It is against this backdrop that we are delighted to lead Syllable’s $40M Series C financing in partnership with our friends at Oak HC/FT, Section 32, and Verily Life Sciences. Our investment in Syllable is intended to help Syllable expand its artificial intelligence and machine-learning (AI/ML) enabled software platform into adjacent applications and use cases, penetrate new healthcare customer segments (e.g., payor, pharmacy, etc.), rapidly scale headcount across all functions, and forward invest in future growth initiatives.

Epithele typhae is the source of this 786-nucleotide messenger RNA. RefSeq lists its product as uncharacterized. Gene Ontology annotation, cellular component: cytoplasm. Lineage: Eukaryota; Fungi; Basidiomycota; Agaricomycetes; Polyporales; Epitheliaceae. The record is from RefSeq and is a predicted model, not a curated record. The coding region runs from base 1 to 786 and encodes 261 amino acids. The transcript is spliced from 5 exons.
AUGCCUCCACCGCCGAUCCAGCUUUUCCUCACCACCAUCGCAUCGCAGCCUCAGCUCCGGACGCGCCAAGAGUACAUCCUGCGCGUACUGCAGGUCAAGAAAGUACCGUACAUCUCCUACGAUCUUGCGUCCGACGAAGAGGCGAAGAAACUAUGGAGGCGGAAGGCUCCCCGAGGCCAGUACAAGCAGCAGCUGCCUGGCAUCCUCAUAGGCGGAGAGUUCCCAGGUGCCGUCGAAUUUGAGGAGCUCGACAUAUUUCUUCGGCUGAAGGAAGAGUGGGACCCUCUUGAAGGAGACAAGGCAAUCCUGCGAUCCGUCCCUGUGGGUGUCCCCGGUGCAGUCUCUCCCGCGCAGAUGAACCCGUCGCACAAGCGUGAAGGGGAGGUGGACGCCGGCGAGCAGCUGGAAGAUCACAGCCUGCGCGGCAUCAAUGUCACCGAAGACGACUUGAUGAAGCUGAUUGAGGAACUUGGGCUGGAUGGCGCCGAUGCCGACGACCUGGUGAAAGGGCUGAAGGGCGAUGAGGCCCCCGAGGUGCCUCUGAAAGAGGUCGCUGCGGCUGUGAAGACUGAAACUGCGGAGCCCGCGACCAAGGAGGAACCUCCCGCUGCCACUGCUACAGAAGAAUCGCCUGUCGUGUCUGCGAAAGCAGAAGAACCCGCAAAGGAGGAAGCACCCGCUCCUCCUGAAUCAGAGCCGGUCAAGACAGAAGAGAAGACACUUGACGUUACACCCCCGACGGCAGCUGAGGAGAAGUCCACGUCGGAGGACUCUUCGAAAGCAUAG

There has been a lot of “buzz” recently regarding the healthcare industry’s “digital front door,” which we define as simply the technology-enabled mediums via which patients engage with the healthcare system. This is largely a function of the growing consumerization of healthcare and corresponding emphasis on improving the patient experience, and numerous technologies have emerged to help facilitate digital interactions between patients and providers. Having said that, our research – and data from Syllable’s customers – indicates that the dominant modality for patient engagement with providers remains a telephone call; in our view, this is a derivative of the uniqueness of an individual patient’s circumstances and needs, in addition to the complexity of the healthcare system and its historically limited or non-existant digital channels. As a result, we believe the technology platforms best-positioned to automate front office workflows must offer solutions that address both voice and digital mediums.